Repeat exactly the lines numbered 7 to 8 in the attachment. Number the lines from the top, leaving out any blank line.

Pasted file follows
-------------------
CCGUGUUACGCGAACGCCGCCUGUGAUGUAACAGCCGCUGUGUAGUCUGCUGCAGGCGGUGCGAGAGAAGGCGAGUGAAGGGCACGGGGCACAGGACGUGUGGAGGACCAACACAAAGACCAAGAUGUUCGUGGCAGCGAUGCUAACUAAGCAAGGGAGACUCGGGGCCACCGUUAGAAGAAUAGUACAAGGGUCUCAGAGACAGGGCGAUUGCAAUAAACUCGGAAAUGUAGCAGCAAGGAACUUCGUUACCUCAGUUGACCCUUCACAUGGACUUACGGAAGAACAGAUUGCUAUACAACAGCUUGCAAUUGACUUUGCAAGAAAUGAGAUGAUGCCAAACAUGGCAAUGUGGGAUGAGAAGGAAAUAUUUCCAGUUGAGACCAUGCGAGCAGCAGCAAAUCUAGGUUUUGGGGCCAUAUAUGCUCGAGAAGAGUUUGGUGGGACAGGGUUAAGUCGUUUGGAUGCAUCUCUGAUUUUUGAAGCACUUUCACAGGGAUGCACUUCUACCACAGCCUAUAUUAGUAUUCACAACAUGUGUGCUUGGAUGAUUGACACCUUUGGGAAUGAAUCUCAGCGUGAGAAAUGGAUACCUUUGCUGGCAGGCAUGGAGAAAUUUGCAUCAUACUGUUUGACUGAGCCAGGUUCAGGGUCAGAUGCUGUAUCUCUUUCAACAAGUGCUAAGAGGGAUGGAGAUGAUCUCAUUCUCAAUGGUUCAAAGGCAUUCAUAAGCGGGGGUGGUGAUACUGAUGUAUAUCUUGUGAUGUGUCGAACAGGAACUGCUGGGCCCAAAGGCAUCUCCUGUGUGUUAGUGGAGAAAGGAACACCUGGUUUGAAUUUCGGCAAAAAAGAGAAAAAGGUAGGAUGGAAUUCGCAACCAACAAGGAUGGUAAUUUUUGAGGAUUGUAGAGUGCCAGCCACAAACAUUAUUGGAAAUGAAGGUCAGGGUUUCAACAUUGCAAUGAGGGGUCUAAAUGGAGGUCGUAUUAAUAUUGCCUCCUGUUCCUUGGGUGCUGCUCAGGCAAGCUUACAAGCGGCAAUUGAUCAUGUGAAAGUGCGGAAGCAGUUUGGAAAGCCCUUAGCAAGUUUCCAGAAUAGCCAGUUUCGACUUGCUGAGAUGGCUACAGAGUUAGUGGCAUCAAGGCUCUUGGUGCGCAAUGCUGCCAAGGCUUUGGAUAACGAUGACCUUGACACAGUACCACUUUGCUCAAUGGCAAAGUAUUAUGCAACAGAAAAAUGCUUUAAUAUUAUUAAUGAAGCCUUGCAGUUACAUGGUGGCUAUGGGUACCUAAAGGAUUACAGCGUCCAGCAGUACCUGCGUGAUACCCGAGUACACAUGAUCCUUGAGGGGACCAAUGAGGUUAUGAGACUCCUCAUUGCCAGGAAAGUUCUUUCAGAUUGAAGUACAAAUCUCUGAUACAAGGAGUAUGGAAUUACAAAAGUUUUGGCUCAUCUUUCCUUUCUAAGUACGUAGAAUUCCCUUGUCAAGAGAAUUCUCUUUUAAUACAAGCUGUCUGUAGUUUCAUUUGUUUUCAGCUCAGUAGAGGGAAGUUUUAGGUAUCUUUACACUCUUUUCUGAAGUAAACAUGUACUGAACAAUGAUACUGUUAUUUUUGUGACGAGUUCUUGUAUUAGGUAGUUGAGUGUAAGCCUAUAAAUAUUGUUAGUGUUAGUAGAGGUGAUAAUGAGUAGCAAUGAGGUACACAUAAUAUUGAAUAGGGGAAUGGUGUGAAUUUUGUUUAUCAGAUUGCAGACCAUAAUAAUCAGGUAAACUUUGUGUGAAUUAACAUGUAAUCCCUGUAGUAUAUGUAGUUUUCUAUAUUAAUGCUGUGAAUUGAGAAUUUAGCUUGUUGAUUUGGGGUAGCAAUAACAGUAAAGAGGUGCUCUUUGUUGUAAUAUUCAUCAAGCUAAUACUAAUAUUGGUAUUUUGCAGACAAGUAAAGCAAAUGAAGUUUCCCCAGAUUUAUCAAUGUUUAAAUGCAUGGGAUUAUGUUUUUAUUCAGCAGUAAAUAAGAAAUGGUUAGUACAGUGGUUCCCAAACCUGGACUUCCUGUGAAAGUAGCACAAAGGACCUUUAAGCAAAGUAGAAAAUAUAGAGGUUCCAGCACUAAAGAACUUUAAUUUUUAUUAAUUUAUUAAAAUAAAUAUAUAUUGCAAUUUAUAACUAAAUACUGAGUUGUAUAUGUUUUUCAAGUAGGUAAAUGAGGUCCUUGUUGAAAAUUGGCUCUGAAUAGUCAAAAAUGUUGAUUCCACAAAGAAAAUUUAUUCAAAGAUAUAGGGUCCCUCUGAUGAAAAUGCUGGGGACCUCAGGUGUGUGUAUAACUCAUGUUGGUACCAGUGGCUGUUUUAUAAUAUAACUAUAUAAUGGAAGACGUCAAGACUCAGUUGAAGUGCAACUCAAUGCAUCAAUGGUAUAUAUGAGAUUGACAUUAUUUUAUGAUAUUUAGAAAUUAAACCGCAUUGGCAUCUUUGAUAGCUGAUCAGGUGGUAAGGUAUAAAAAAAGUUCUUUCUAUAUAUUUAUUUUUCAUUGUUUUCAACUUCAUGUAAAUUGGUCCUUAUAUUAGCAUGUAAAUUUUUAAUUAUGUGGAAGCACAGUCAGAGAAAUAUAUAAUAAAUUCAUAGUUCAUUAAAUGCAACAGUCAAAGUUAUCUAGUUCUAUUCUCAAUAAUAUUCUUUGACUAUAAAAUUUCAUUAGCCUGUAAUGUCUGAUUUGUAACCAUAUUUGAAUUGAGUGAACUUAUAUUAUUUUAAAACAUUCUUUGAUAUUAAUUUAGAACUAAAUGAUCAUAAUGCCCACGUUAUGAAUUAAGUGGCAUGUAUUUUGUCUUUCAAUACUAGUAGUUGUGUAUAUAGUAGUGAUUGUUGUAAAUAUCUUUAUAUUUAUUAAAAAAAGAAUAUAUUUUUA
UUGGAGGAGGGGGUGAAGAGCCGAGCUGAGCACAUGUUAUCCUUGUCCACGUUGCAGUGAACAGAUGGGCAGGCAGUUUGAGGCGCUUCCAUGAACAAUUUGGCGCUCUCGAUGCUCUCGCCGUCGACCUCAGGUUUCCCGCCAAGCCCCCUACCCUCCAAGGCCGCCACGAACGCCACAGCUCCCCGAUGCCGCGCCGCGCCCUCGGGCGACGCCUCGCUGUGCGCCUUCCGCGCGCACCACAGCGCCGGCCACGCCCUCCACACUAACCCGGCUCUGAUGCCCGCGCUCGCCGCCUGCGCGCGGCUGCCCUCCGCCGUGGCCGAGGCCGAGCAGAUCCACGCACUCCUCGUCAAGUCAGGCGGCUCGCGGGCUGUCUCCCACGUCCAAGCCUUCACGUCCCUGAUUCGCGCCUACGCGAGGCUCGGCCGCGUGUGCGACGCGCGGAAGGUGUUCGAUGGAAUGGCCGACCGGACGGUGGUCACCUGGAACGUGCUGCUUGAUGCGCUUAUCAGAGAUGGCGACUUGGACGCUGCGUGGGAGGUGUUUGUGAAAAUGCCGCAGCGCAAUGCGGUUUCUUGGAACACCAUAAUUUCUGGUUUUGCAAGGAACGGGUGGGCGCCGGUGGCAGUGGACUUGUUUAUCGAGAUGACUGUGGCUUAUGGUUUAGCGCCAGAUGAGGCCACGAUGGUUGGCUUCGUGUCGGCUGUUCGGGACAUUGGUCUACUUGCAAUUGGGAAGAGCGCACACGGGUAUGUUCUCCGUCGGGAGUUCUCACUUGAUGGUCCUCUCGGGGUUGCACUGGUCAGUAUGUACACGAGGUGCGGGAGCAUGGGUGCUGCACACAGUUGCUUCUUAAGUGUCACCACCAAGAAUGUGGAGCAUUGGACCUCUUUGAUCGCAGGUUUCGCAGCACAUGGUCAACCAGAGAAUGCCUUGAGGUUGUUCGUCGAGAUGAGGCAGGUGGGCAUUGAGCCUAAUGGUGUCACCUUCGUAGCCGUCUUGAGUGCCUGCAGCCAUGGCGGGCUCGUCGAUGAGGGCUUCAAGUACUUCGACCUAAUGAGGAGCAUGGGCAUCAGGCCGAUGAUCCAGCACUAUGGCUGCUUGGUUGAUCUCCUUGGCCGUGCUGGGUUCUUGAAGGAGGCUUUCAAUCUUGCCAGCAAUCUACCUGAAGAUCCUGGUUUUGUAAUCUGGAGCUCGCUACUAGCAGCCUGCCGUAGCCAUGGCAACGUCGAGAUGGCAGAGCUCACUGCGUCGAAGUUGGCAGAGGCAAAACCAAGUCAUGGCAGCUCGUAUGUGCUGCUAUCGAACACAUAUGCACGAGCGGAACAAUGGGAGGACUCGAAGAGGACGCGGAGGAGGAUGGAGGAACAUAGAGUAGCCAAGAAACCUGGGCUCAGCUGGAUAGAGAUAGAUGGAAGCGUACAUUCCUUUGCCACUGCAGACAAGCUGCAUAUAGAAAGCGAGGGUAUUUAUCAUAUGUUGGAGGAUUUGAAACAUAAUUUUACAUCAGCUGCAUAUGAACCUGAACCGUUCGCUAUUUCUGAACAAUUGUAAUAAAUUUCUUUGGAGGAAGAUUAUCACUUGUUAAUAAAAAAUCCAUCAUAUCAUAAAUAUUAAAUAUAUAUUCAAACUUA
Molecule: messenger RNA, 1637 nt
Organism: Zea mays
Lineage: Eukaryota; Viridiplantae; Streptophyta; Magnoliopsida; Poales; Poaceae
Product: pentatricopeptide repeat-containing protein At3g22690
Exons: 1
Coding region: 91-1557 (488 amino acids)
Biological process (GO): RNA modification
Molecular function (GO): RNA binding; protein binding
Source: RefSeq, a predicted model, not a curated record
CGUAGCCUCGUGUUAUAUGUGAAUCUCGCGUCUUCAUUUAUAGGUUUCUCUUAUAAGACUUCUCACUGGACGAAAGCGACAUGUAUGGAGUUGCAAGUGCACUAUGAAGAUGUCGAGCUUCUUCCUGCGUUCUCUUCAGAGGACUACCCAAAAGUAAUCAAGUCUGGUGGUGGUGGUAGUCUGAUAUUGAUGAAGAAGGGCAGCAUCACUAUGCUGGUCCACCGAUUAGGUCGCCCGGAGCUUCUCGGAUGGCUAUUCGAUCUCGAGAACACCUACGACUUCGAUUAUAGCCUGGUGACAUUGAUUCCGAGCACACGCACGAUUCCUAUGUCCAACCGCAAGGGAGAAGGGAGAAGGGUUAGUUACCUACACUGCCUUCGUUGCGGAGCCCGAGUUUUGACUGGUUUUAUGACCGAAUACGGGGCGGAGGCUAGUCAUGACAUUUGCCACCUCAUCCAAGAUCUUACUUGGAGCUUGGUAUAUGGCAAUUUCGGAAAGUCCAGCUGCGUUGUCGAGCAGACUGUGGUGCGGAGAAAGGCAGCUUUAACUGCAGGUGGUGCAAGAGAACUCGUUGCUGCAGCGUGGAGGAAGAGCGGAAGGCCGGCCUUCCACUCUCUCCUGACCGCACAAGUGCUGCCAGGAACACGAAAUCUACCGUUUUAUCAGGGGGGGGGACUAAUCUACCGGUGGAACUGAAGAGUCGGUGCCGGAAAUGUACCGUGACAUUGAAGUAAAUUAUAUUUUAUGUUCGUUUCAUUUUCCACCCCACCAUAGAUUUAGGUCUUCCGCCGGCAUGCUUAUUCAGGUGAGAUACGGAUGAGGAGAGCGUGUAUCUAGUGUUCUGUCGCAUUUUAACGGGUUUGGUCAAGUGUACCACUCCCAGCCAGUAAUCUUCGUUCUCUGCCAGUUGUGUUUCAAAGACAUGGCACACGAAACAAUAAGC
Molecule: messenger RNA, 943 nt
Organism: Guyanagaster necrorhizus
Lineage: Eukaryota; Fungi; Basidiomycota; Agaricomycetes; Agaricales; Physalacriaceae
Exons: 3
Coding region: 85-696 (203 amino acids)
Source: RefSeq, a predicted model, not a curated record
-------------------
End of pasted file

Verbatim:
Exons: 1
Coding region: 91-1557 (488 amino acids)